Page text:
US jet missed first shot at object over Lake Huron

The first missile shot Sunday at an unidentified object flying over Lake Huron missed its target, landing instead in the lake waters, the chairman of the Joint Chiefs of Staff said Tuesday.

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“(The) first shot missed, second shot hit,” Gen. Mark Milley told reporters in Brussels. “In this case the … missile landed harmlessly in the water of Lake Huron. We tracked it all the way down and we made sure that the airspace was clear of any commercial, civilian or recreational traffic. We do the same for the maritime space.”

Milley said officials are “very, very deliberate in our planning” to ensure the safety of American citizens.

“We’re very, very careful to make sure that those shots are, in fact, safe,” he said. “And that’s the guidance from the president — shoot it down but make sure we minimize collateral damage and we preserve the safety of the American people.”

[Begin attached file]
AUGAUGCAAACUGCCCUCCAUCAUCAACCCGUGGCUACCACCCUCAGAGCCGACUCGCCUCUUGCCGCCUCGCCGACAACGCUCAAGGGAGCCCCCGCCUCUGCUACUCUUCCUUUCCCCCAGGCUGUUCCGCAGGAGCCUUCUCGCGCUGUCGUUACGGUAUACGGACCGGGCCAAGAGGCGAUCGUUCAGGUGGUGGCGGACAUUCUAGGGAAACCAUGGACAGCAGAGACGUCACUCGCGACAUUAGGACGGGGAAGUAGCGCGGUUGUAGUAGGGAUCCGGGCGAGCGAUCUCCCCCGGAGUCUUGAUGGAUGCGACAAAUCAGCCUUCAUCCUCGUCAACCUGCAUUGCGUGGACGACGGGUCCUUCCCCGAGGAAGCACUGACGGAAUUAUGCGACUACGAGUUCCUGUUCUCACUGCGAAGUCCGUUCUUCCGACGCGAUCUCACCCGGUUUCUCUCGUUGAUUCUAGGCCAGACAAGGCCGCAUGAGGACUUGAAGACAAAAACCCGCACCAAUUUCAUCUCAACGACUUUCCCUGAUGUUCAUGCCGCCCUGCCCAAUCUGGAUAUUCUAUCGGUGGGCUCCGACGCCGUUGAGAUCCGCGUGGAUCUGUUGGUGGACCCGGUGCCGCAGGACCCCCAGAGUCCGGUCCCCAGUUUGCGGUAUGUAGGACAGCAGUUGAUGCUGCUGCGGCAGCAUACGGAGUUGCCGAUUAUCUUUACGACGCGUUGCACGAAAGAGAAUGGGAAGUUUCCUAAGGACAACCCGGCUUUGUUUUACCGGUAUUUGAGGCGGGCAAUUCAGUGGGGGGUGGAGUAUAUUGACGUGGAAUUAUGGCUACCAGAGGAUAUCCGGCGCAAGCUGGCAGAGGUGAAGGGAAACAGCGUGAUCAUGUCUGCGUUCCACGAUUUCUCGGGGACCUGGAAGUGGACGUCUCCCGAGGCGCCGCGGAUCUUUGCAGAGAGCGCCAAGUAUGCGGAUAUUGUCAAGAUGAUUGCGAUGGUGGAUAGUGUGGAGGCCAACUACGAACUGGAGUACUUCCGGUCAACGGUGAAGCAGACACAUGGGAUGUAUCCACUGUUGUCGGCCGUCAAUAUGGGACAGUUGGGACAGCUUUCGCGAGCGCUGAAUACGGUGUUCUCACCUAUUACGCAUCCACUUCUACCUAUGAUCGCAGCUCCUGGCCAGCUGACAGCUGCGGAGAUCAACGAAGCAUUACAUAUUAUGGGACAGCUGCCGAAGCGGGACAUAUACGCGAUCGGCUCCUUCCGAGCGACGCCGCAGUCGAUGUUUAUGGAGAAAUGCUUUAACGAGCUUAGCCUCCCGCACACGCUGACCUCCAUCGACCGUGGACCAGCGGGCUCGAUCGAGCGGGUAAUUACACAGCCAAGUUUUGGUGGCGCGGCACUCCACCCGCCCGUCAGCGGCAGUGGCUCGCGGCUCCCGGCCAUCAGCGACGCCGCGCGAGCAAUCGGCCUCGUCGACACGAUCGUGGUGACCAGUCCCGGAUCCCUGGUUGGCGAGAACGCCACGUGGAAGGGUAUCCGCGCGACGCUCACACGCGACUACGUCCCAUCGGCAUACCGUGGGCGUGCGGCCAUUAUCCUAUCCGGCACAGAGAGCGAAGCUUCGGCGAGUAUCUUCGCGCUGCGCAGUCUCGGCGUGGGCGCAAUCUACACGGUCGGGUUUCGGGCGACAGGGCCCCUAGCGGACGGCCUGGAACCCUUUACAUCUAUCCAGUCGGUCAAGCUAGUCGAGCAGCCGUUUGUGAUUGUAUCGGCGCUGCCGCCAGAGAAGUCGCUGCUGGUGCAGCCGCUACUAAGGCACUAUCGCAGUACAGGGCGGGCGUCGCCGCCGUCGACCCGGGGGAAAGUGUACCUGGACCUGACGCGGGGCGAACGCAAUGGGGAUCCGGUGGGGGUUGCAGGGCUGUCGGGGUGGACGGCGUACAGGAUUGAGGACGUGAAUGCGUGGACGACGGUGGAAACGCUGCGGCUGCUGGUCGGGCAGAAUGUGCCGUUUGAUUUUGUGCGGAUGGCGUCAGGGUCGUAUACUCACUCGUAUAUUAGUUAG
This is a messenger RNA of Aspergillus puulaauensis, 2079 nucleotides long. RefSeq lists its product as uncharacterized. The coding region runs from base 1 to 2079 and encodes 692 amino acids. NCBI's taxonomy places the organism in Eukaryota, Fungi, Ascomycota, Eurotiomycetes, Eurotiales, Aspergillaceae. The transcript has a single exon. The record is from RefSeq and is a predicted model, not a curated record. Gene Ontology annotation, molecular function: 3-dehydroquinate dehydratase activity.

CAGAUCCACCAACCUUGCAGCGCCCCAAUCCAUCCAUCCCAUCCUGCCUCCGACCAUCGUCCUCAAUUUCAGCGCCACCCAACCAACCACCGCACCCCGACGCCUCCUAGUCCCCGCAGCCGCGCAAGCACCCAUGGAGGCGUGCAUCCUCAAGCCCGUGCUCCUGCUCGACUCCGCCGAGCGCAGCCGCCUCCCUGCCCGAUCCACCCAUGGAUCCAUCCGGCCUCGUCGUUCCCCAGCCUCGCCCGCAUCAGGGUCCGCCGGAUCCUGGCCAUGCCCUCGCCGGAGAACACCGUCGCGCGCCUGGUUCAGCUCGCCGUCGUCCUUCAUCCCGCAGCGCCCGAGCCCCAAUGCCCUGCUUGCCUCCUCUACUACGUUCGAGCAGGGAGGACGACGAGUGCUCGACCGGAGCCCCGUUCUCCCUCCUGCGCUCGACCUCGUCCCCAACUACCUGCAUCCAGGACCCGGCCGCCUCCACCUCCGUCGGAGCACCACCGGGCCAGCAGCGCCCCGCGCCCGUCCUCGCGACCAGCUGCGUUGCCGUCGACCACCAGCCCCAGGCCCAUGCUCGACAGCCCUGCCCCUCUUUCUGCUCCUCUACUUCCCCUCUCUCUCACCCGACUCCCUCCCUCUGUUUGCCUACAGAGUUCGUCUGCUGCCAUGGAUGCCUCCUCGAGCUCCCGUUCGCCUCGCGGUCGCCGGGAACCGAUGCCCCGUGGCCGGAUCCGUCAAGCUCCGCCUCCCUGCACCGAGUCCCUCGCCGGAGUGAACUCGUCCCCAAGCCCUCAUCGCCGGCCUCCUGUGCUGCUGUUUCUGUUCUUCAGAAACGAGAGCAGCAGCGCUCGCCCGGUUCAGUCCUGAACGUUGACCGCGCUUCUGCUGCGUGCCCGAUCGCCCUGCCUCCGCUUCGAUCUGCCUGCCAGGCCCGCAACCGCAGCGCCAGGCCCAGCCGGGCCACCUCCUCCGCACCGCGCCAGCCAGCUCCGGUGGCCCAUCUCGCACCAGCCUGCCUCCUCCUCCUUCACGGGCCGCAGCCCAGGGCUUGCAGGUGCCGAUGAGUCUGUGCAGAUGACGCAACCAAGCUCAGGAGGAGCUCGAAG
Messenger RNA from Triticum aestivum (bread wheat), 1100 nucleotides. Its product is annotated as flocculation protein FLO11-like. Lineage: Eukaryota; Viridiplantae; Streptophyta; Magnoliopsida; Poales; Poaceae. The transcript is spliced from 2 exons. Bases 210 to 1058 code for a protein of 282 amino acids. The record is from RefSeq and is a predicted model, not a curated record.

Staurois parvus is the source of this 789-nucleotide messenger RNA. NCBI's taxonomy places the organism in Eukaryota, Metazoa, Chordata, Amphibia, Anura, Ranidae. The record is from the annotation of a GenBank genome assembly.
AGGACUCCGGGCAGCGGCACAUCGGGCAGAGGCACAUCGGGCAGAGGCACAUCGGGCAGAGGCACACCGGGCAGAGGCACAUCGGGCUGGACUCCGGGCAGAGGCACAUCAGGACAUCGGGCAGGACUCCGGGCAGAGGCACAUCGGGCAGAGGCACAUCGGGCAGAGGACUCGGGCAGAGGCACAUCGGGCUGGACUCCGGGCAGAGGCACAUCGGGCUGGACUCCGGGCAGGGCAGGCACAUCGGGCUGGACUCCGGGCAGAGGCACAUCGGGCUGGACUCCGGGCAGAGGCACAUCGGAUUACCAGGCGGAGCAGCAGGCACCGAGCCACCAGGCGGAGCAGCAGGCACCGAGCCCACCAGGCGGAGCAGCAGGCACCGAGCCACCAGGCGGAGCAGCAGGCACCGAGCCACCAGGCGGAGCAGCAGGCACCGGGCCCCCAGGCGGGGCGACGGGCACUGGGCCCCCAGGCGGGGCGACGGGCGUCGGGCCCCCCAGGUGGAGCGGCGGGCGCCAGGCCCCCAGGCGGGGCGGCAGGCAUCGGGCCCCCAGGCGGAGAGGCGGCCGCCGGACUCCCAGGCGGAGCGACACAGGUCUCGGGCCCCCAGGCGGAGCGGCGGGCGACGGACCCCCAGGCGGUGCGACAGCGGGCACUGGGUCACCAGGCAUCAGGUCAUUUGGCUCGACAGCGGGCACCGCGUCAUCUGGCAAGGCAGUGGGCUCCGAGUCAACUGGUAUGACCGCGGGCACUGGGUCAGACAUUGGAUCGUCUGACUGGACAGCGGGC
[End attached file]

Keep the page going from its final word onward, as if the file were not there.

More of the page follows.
The object was one of three shot out of North American airspace between Friday and Sunday and the fourth since Feb. 4, when the U.S. downed a suspected Chinese surveillance balloon off the coast of South Carolina.

Unidentified objects were also shot down off the Northern coast of Alaska on Friday and over the Yukon on Saturday. Authorities continued efforts Tuesday to collect debris to determine what the objects were and who might have launched them.

On Monday, Defense Secretary Lloyd Austin told reporters in Brussels that the unidentified object posed no “military threat” to people on the ground.

“They do, however, present a risk to civil aviation and potentially an intelligence collection threat, and we’ll get to the bottom of it,” he said. “Right now, our priority is on — is debris recovery so that we can get a better sense of what these objects are.”

White House National Security Council spokesperson John Kirby said that authorities found no signs that the objects had propulsion capabilities or that they were sending communication signals.

“While we have no specific reason to suspect that they were conducting surveillance of any kind, we couldn’t rule that out,” he said.

Efforts to recover debris from the objects shot down near Alaska and over the Canadian Yukon have been complicated by icy conditions and wilderness in the areas where they were downed. Kirby said Monday that the object shot down over Lake Huron “now lies in what is probably very deep water.”

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